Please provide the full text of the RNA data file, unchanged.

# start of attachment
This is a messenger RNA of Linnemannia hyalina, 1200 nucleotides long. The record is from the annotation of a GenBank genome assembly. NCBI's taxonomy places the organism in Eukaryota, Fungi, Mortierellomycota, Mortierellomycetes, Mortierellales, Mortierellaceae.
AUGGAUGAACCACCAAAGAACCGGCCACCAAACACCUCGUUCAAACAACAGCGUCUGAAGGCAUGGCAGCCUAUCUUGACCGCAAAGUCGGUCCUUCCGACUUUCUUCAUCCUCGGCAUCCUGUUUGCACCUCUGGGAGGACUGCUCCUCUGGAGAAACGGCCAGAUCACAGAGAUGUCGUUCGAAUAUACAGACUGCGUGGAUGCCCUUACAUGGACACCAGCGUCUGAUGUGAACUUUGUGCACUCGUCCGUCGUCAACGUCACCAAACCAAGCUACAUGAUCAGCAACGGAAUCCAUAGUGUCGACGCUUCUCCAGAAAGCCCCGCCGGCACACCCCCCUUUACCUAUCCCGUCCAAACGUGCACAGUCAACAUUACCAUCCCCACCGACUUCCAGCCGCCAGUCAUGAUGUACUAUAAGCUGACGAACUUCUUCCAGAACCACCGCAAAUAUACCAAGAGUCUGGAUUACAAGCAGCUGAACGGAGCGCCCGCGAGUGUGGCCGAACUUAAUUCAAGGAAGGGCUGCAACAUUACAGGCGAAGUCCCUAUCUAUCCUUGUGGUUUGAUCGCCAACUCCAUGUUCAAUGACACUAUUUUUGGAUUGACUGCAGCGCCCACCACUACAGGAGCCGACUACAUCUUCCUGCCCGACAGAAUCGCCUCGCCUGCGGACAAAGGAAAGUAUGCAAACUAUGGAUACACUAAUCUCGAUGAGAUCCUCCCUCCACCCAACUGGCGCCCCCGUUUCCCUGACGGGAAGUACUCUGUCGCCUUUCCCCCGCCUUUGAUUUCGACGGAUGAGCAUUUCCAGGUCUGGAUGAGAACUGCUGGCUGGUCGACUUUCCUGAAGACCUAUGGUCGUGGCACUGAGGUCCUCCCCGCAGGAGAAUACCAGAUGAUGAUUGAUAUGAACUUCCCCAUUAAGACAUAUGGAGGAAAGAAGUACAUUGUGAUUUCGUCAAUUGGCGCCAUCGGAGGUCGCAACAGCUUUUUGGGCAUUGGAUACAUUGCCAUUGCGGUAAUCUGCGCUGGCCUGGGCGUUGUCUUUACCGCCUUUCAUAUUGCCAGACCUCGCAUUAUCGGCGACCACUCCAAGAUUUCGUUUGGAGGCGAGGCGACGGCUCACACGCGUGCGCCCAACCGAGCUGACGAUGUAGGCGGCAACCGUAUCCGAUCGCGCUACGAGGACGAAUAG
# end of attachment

This is a messenger RNA of Linnemannia hyalina, 1200 nucleotides long. The record is from the annotation of a GenBank genome assembly. NCBI's taxonomy places the organism in Eukaryota, Fungi, Mortierellomycota, Mortierellomycetes, Mortierellales, Mortierellaceae.
AUGGAUGAACCACCAAAGAACCGGCCACCAAACACCUCGUUCAAACAACAGCGUCUGAAGGCAUGGCAGCCUAUCUUGACCGCAAAGUCGGUCCUUCCGACUUUCUUCAUCCUCGGCAUCCUGUUUGCACCUCUGGGAGGACUGCUCCUCUGGAGAAACGGCCAGAUCACAGAGAUGUCGUUCGAAUAUACAGACUGCGUGGAUGCCCUUACAUGGACACCAGCGUCUGAUGUGAACUUUGUGCACUCGUCCGUCGUCAACGUCACCAAACCAAGCUACAUGAUCAGCAACGGAAUCCAUAGUGUCGACGCUUCUCCAGAAAGCCCCGCCGGCACACCCCCCUUUACCUAUCCCGUCCAAACGUGCACAGUCAACAUUACCAUCCCCACCGACUUCCAGCCGCCAGUCAUGAUGUACUAUAAGCUGACGAACUUCUUCCAGAACCACCGCAAAUAUACCAAGAGUCUGGAUUACAAGCAGCUGAACGGAGCGCCCGCGAGUGUGGCCGAACUUAAUUCAAGGAAGGGCUGCAACAUUACAGGCGAAGUCCCUAUCUAUCCUUGUGGUUUGAUCGCCAACUCCAUGUUCAAUGACACUAUUUUUGGAUUGACUGCAGCGCCCACCACUACAGGAGCCGACUACAUCUUCCUGCCCGACAGAAUCGCCUCGCCUGCGGACAAAGGAAAGUAUGCAAACUAUGGAUACACUAAUCUCGAUGAGAUCCUCCCUCCACCCAACUGGCGCCCCCGUUUCCCUGACGGGAAGUACUCUGUCGCCUUUCCCCCGCCUUUGAUUUCGACGGAUGAGCAUUUCCAGGUCUGGAUGAGAACUGCUGGCUGGUCGACUUUCCUGAAGACCUAUGGUCGUGGCACUGAGGUCCUCCCCGCAGGAGAAUACCAGAUGAUGAUUGAUAUGAACUUCCCCAUUAAGACAUAUGGAGGAAAGAAGUACAUUGUGAUUUCGUCAAUUGGCGCCAUCGGAGGUCGCAACAGCUUUUUGGGCAUUGGAUACAUUGCCAUUGCGGUAAUCUGCGCUGGCCUGGGCGUUGUCUUUACCGCCUUUCAUAUUGCCAGACCUCGCAUUAUCGGCGACCACUCCAAGAUUUCGUUUGGAGGCGAGGCGACGGCUCACACGCGUGCGCCCAACCGAGCUGACGAUGUAGGCGGCAACCGUAUCCGAUCGCGCUACGAGGACGAAUAG